An original policy: test optional

Elijah Zawatsky

Pic of DePauls logo
Schools such Florida tech, Bennington University, and American College are adopting the test optional admission policy. This policy allows students to apply for college while disregarding their ACT and SAT scores. One such university is DePaul, located in Chicago, IL. Image by Eli Zawatsky.

A new trend is starting to appear in colleges across the country, called a “test optional” admission policy. The policy gives students the choice of whether or not they want to give colleges their ACT or SAT scores.

“I think the idea of a test optional policy is bad because the SAT and ACT are the most accurate measures of what a student has earned in high school,” said Madison McKenzie, 11.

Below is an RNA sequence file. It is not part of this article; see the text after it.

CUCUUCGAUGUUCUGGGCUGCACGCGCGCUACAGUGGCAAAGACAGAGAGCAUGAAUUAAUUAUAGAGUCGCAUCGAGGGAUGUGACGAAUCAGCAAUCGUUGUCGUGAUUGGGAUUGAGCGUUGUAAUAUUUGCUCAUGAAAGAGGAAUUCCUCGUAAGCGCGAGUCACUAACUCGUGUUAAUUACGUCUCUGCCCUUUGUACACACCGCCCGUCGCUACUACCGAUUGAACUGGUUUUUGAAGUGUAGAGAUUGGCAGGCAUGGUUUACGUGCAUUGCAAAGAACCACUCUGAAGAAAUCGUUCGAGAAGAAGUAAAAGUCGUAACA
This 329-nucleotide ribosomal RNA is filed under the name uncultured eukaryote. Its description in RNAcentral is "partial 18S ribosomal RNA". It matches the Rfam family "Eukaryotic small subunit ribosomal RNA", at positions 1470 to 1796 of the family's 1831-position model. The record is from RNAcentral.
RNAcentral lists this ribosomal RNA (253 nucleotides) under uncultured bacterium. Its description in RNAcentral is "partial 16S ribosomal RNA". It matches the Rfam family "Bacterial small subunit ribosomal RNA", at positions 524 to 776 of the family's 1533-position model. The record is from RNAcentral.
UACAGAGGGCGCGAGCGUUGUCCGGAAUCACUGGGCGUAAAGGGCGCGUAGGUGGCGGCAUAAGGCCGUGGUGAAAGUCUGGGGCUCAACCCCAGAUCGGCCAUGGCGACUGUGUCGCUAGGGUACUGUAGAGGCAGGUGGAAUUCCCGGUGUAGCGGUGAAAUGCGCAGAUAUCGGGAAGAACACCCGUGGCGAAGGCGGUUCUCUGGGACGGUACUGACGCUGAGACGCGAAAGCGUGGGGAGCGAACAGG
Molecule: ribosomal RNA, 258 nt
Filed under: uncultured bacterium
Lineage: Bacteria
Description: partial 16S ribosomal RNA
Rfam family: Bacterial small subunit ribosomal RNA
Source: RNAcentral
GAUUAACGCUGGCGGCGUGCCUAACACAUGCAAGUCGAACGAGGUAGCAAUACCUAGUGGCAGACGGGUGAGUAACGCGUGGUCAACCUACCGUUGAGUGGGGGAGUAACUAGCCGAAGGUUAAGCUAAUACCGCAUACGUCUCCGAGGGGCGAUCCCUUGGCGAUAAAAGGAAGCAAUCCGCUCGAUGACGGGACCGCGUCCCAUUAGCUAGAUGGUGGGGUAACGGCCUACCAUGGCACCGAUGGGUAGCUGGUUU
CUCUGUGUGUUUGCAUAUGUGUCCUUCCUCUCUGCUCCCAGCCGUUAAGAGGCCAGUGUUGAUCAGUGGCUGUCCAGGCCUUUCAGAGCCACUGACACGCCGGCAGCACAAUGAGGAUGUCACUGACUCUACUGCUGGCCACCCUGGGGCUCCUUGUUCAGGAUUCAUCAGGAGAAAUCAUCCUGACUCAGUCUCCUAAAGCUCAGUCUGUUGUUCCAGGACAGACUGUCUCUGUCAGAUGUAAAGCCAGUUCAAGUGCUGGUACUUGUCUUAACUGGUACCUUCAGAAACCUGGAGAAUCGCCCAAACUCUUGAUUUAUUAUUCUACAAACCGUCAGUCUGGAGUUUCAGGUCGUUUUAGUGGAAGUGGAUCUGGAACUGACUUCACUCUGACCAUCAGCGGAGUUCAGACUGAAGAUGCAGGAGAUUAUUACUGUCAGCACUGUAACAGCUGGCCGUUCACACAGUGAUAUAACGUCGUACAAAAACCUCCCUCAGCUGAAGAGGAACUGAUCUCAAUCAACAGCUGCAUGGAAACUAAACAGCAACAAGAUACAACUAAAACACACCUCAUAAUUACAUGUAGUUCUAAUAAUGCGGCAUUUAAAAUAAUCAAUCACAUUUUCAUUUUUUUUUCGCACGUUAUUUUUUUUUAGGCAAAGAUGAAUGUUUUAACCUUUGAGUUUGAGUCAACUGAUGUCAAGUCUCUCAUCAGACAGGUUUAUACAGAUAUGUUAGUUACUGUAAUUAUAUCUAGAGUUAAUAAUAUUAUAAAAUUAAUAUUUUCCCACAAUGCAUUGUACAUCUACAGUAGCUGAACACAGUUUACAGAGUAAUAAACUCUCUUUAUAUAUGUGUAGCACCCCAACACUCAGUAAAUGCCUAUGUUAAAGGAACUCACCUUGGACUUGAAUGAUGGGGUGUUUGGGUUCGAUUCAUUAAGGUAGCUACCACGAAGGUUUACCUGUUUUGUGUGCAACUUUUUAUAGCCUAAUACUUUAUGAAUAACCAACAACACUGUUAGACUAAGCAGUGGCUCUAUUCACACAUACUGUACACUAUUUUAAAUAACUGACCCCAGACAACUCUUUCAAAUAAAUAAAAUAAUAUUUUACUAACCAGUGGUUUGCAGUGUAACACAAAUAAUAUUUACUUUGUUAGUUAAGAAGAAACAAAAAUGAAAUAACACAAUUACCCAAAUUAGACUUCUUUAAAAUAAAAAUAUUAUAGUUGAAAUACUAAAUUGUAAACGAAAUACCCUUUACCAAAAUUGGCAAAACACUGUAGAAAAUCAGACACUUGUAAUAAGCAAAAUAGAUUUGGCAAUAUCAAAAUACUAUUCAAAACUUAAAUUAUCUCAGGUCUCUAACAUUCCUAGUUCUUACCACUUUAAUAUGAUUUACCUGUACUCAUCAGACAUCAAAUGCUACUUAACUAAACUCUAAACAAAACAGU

While some students see major disadvantages in the policy and think it should not be implemented, others see advantages and new opportunities for some students.

“I find the idea of a test optional school appealing, because certain students who are lacking in the ability to take tests will then have an equal opportunity to get into college as a student who does have those abilities,” said Laurel Taylor, 11.

The policy may give some students a better opportunity, but it also provides colleges with less information with which to judge their applicants by. The colleges then will often administer their own standardized test during orientation, which they believe gives a more accurate level of intelligence than the ACT or SAT.

“Without the ACT and SAT colleges won’t know how ready a student is to study at their university,” said McKenzie.

For better or for worse schools such as Florida Tech, American University, and Bennington College are adopting the policy, and it could be around for years to come.